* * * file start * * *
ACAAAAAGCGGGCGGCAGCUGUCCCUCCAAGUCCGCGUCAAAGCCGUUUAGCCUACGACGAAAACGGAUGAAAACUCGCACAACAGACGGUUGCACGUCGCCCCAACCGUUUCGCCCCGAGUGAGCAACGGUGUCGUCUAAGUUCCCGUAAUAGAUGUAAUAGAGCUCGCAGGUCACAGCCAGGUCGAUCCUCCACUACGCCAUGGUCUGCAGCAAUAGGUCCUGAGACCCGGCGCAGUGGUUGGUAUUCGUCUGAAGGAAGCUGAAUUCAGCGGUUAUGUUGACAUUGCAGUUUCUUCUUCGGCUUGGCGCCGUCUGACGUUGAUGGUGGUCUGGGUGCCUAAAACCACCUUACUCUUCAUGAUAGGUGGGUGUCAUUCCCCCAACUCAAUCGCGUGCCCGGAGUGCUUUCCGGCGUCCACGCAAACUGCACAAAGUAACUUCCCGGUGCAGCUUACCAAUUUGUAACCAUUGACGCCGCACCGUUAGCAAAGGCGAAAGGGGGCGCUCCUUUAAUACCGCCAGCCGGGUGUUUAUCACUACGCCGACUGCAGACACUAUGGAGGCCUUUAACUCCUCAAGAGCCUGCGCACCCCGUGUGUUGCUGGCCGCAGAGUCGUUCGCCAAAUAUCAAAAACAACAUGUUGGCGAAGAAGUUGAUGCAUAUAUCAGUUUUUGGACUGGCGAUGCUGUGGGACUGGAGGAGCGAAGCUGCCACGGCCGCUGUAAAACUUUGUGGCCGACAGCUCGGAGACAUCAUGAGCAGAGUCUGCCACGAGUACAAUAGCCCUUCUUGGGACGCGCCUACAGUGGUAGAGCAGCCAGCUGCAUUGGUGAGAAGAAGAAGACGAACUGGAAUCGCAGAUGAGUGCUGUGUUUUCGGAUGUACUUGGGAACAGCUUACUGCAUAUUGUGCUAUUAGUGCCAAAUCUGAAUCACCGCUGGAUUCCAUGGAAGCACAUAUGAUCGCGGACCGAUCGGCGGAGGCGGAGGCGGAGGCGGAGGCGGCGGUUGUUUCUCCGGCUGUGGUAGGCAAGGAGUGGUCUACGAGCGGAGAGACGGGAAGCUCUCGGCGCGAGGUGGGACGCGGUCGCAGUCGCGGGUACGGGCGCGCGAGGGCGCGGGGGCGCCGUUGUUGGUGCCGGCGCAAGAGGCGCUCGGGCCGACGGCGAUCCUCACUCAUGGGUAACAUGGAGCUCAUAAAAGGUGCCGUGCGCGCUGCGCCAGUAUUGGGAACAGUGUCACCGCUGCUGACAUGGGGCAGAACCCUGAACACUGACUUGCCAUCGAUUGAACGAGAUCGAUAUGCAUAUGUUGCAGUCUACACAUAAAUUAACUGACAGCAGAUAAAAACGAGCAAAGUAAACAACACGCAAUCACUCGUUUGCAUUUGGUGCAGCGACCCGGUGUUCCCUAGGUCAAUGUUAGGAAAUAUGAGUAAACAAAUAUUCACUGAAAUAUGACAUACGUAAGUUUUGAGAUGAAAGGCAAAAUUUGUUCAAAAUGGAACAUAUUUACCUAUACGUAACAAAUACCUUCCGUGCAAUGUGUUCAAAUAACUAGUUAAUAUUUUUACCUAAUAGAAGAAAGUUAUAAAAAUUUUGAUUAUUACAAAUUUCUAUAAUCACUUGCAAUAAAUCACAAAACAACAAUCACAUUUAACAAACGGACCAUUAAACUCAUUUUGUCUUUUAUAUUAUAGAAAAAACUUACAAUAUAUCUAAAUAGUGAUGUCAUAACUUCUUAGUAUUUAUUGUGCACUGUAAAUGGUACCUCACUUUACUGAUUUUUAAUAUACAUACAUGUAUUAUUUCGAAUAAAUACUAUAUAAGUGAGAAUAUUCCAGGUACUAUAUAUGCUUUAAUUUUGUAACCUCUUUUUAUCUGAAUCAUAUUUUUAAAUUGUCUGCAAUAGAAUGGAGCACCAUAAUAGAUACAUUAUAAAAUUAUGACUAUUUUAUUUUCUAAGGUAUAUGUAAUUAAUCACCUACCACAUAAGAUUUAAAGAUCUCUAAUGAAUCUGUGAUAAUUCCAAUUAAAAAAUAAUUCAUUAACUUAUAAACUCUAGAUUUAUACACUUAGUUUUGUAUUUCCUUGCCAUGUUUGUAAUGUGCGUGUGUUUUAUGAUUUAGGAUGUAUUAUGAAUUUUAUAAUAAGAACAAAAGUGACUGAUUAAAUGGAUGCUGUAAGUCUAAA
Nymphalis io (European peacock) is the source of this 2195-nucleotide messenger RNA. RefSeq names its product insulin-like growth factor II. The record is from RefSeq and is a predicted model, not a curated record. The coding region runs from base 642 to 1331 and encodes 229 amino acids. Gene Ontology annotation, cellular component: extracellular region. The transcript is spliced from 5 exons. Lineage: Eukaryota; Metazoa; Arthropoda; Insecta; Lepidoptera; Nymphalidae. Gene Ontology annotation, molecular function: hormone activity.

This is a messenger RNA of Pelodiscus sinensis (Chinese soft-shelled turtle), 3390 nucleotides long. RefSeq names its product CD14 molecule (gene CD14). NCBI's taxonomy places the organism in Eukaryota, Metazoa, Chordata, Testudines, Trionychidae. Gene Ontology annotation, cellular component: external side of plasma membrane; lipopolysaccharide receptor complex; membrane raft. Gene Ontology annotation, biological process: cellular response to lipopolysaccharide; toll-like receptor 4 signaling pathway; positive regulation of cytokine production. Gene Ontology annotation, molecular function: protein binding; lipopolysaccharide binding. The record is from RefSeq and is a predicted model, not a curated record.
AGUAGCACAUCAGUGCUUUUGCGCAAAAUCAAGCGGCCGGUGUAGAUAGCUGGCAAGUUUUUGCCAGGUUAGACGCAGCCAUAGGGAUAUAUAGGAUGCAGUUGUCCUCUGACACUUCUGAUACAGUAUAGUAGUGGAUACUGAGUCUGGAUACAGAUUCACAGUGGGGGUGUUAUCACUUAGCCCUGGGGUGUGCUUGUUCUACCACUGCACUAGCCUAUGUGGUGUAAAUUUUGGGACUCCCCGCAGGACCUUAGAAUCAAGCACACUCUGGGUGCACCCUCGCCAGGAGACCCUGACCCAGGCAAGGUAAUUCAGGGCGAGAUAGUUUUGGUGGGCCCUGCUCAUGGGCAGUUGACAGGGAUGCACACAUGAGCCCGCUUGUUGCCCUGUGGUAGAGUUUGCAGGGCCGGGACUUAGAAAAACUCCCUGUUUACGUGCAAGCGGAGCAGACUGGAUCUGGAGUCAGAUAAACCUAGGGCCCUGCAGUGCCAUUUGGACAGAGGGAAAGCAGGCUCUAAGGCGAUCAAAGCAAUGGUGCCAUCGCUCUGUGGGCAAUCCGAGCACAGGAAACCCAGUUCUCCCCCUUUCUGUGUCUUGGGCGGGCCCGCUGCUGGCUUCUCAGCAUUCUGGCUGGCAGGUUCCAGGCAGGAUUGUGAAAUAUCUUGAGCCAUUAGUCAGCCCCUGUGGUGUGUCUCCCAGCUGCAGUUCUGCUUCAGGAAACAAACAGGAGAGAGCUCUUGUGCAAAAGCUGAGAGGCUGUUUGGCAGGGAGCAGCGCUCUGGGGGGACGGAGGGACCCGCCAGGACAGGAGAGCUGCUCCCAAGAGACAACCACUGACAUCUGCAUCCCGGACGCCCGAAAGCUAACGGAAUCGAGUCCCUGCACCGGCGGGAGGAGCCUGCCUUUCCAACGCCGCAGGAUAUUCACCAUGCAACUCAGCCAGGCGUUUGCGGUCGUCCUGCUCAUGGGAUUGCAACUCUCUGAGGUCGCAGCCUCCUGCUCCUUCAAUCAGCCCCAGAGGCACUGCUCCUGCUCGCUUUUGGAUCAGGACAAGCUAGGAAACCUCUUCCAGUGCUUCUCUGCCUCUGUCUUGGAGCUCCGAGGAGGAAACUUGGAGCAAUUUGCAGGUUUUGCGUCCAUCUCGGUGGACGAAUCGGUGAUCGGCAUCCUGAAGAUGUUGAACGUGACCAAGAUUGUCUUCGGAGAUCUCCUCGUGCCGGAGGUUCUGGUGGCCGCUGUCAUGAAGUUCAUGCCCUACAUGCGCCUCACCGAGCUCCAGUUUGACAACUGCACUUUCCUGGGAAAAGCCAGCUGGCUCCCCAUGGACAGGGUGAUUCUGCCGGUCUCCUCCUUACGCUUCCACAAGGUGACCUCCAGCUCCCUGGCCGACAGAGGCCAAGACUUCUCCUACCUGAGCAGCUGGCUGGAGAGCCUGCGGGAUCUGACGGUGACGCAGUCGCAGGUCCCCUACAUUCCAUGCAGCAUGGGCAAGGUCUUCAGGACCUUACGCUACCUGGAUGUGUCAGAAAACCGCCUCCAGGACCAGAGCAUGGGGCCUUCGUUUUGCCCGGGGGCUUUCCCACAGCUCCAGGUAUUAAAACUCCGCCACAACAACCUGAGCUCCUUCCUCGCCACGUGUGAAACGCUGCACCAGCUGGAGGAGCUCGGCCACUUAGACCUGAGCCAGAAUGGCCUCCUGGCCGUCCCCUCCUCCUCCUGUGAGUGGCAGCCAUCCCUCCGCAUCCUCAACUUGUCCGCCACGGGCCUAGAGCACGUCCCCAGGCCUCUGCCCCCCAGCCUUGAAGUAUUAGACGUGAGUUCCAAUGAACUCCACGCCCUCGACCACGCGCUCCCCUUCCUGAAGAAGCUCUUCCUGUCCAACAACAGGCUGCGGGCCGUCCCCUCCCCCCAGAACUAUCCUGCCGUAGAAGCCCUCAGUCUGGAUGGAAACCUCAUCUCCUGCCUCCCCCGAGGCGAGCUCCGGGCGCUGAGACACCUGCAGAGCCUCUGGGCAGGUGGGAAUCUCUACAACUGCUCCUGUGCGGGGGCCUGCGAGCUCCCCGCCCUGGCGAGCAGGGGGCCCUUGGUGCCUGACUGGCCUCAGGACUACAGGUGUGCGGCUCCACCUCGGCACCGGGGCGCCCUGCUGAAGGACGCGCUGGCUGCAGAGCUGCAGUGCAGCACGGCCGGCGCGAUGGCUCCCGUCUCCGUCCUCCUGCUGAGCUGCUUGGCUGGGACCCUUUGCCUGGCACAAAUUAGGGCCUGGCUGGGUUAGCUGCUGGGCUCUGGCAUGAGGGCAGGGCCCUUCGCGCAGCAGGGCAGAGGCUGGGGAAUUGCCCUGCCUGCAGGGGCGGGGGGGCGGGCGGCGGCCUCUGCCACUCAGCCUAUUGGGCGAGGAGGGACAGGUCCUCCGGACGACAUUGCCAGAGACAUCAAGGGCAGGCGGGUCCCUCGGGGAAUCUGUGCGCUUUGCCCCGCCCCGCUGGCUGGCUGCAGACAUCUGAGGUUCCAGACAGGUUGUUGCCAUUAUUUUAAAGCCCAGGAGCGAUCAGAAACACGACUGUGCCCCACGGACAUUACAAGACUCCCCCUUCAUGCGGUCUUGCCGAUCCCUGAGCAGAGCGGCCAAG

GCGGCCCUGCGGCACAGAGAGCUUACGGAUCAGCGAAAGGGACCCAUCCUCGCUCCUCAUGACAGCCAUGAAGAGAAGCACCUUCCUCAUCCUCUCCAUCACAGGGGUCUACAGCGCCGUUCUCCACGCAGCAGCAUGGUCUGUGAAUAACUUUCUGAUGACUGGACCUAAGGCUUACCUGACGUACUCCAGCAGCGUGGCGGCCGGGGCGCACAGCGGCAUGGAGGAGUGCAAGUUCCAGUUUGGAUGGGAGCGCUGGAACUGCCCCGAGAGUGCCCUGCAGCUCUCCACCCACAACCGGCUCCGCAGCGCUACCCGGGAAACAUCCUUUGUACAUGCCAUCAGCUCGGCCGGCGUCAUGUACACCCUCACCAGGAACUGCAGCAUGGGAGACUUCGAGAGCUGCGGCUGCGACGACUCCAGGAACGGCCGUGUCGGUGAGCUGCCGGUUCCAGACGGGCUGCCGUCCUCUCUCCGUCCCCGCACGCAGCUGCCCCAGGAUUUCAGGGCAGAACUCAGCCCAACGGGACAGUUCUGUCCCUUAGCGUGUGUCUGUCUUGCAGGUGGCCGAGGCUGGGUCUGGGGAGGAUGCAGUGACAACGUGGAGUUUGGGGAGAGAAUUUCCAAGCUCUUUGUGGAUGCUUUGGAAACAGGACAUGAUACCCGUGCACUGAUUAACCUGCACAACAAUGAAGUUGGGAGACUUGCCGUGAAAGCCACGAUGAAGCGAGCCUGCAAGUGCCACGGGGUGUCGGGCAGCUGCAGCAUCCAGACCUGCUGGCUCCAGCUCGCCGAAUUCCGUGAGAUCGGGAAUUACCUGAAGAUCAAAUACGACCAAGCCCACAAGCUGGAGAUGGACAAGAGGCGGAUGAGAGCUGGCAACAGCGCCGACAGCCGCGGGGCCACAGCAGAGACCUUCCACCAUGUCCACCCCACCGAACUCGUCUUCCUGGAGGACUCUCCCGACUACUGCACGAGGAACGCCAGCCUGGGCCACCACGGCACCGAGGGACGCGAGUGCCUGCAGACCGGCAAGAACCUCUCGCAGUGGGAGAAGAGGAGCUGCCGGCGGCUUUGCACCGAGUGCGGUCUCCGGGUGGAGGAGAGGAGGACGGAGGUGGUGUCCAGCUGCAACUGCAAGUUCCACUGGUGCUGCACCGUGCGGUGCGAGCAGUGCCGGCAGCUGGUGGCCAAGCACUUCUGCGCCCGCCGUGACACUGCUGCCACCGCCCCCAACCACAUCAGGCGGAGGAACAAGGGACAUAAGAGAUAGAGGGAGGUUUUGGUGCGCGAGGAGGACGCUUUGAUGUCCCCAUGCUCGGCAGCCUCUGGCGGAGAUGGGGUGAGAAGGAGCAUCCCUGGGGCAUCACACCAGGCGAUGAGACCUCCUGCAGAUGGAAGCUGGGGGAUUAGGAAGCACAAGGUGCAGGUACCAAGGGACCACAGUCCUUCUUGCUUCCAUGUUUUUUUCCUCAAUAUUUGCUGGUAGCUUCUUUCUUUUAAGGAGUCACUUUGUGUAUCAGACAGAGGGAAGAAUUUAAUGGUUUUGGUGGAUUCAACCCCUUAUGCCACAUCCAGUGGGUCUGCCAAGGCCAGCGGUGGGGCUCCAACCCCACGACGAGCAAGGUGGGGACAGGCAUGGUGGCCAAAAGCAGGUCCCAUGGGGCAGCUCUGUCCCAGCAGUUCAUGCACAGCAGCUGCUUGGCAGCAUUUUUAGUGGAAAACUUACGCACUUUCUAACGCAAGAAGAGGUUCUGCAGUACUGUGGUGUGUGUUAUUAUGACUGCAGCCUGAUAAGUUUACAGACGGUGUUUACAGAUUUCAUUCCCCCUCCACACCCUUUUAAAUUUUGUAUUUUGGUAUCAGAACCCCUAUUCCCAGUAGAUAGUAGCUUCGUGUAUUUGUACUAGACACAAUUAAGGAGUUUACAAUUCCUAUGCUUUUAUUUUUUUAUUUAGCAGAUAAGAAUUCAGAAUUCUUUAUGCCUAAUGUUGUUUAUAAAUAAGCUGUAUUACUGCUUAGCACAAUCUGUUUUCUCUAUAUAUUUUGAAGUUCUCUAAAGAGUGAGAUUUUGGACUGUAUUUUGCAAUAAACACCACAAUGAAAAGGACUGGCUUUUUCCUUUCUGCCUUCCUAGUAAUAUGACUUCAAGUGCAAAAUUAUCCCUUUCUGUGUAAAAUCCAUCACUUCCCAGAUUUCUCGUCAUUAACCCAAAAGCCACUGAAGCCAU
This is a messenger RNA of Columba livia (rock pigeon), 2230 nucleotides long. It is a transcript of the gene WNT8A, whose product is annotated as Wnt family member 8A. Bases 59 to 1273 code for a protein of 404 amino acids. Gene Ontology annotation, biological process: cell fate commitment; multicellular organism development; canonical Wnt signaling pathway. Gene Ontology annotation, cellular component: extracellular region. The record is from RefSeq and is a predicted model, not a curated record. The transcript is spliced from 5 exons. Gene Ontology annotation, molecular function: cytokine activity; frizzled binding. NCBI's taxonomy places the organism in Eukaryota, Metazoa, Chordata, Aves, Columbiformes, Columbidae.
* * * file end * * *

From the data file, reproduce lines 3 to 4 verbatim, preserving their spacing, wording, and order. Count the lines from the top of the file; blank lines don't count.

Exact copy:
This is a messenger RNA of Pelodiscus sinensis (Chinese soft-shelled turtle), 3390 nucleotides long. RefSeq names its product CD14 molecule (gene CD14). NCBI's taxonomy places the organism in Eukaryota, Metazoa, Chordata, Testudines, Trionychidae. Gene Ontology annotation, cellular component: external side of plasma membrane; lipopolysaccharide receptor complex; membrane raft. Gene Ontology annotation, biological process: cellular response to lipopolysaccharide; toll-like receptor 4 signaling pathway; positive regulation of cytokine production. Gene Ontology annotation, molecular function: protein binding; lipopolysaccharide binding. The record is from RefSeq and is a predicted model, not a curated record.
AGUAGCACAUCAGUGCUUUUGCGCAAAAUCAAGCGGCCGGUGUAGAUAGCUGGCAAGUUUUUGCCAGGUUAGACGCAGCCAUAGGGAUAUAUAGGAUGCAGUUGUCCUCUGACACUUCUGAUACAGUAUAGUAGUGGAUACUGAGUCUGGAUACAGAUUCACAGUGGGGGUGUUAUCACUUAGCCCUGGGGUGUGCUUGUUCUACCACUGCACUAGCCUAUGUGGUGUAAAUUUUGGGACUCCCCGCAGGACCUUAGAAUCAAGCACACUCUGGGUGCACCCUCGCCAGGAGACCCUGACCCAGGCAAGGUAAUUCAGGGCGAGAUAGUUUUGGUGGGCCCUGCUCAUGGGCAGUUGACAGGGAUGCACACAUGAGCCCGCUUGUUGCCCUGUGGUAGAGUUUGCAGGGCCGGGACUUAGAAAAACUCCCUGUUUACGUGCAAGCGGAGCAGACUGGAUCUGGAGUCAGAUAAACCUAGGGCCCUGCAGUGCCAUUUGGACAGAGGGAAAGCAGGCUCUAAGGCGAUCAAAGCAAUGGUGCCAUCGCUCUGUGGGCAAUCCGAGCACAGGAAACCCAGUUCUCCCCCUUUCUGUGUCUUGGGCGGGCCCGCUGCUGGCUUCUCAGCAUUCUGGCUGGCAGGUUCCAGGCAGGAUUGUGAAAUAUCUUGAGCCAUUAGUCAGCCCCUGUGGUGUGUCUCCCAGCUGCAGUUCUGCUUCAGGAAACAAACAGGAGAGAGCUCUUGUGCAAAAGCUGAGAGGCUGUUUGGCAGGGAGCAGCGCUCUGGGGGGACGGAGGGACCCGCCAGGACAGGAGAGCUGCUCCCAAGAGACAACCACUGACAUCUGCAUCCCGGACGCCCGAAAGCUAACGGAAUCGAGUCCCUGCACCGGCGGGAGGAGCCUGCCUUUCCAACGCCGCAGGAUAUUCACCAUGCAACUCAGCCAGGCGUUUGCGGUCGUCCUGCUCAUGGGAUUGCAACUCUCUGAGGUCGCAGCCUCCUGCUCCUUCAAUCAGCCCCAGAGGCACUGCUCCUGCUCGCUUUUGGAUCAGGACAAGCUAGGAAACCUCUUCCAGUGCUUCUCUGCCUCUGUCUUGGAGCUCCGAGGAGGAAACUUGGAGCAAUUUGCAGGUUUUGCGUCCAUCUCGGUGGACGAAUCGGUGAUCGGCAUCCUGAAGAUGUUGAACGUGACCAAGAUUGUCUUCGGAGAUCUCCUCGUGCCGGAGGUUCUGGUGGCCGCUGUCAUGAAGUUCAUGCCCUACAUGCGCCUCACCGAGCUCCAGUUUGACAACUGCACUUUCCUGGGAAAAGCCAGCUGGCUCCCCAUGGACAGGGUGAUUCUGCCGGUCUCCUCCUUACGCUUCCACAAGGUGACCUCCAGCUCCCUGGCCGACAGAGGCCAAGACUUCUCCUACCUGAGCAGCUGGCUGGAGAGCCUGCGGGAUCUGACGGUGACGCAGUCGCAGGUCCCCUACAUUCCAUGCAGCAUGGGCAAGGUCUUCAGGACCUUACGCUACCUGGAUGUGUCAGAAAACCGCCUCCAGGACCAGAGCAUGGGGCCUUCGUUUUGCCCGGGGGCUUUCCCACAGCUCCAGGUAUUAAAACUCCGCCACAACAACCUGAGCUCCUUCCUCGCCACGUGUGAAACGCUGCACCAGCUGGAGGAGCUCGGCCACUUAGACCUGAGCCAGAAUGGCCUCCUGGCCGUCCCCUCCUCCUCCUGUGAGUGGCAGCCAUCCCUCCGCAUCCUCAACUUGUCCGCCACGGGCCUAGAGCACGUCCCCAGGCCUCUGCCCCCCAGCCUUGAAGUAUUAGACGUGAGUUCCAAUGAACUCCACGCCCUCGACCACGCGCUCCCCUUCCUGAAGAAGCUCUUCCUGUCCAACAACAGGCUGCGGGCCGUCCCCUCCCCCCAGAACUAUCCUGCCGUAGAAGCCCUCAGUCUGGAUGGAAACCUCAUCUCCUGCCUCCCCCGAGGCGAGCUCCGGGCGCUGAGACACCUGCAGAGCCUCUGGGCAGGUGGGAAUCUCUACAACUGCUCCUGUGCGGGGGCCUGCGAGCUCCCCGCCCUGGCGAGCAGGGGGCCCUUGGUGCCUGACUGGCCUCAGGACUACAGGUGUGCGGCUCCACCUCGGCACCGGGGCGCCCUGCUGAAGGACGCGCUGGCUGCAGAGCUGCAGUGCAGCACGGCCGGCGCGAUGGCUCCCGUCUCCGUCCUCCUGCUGAGCUGCUUGGCUGGGACCCUUUGCCUGGCACAAAUUAGGGCCUGGCUGGGUUAGCUGCUGGGCUCUGGCAUGAGGGCAGGGCCCUUCGCGCAGCAGGGCAGAGGCUGGGGAAUUGCCCUGCCUGCAGGGGCGGGGGGGCGGGCGGCGGCCUCUGCCACUCAGCCUAUUGGGCGAGGAGGGACAGGUCCUCCGGACGACAUUGCCAGAGACAUCAAGGGCAGGCGGGUCCCUCGGGGAAUCUGUGCGCUUUGCCCCGCCCCGCUGGCUGGCUGCAGACAUCUGAGGUUCCAGACAGGUUGUUGCCAUUAUUUUAAAGCCCAGGAGCGAUCAGAAACACGACUGUGCCCCACGGACAUUACAAGACUCCCCCUUCAUGCGGUCUUGCCGAUCCCUGAGCAGAGCGGCCAAG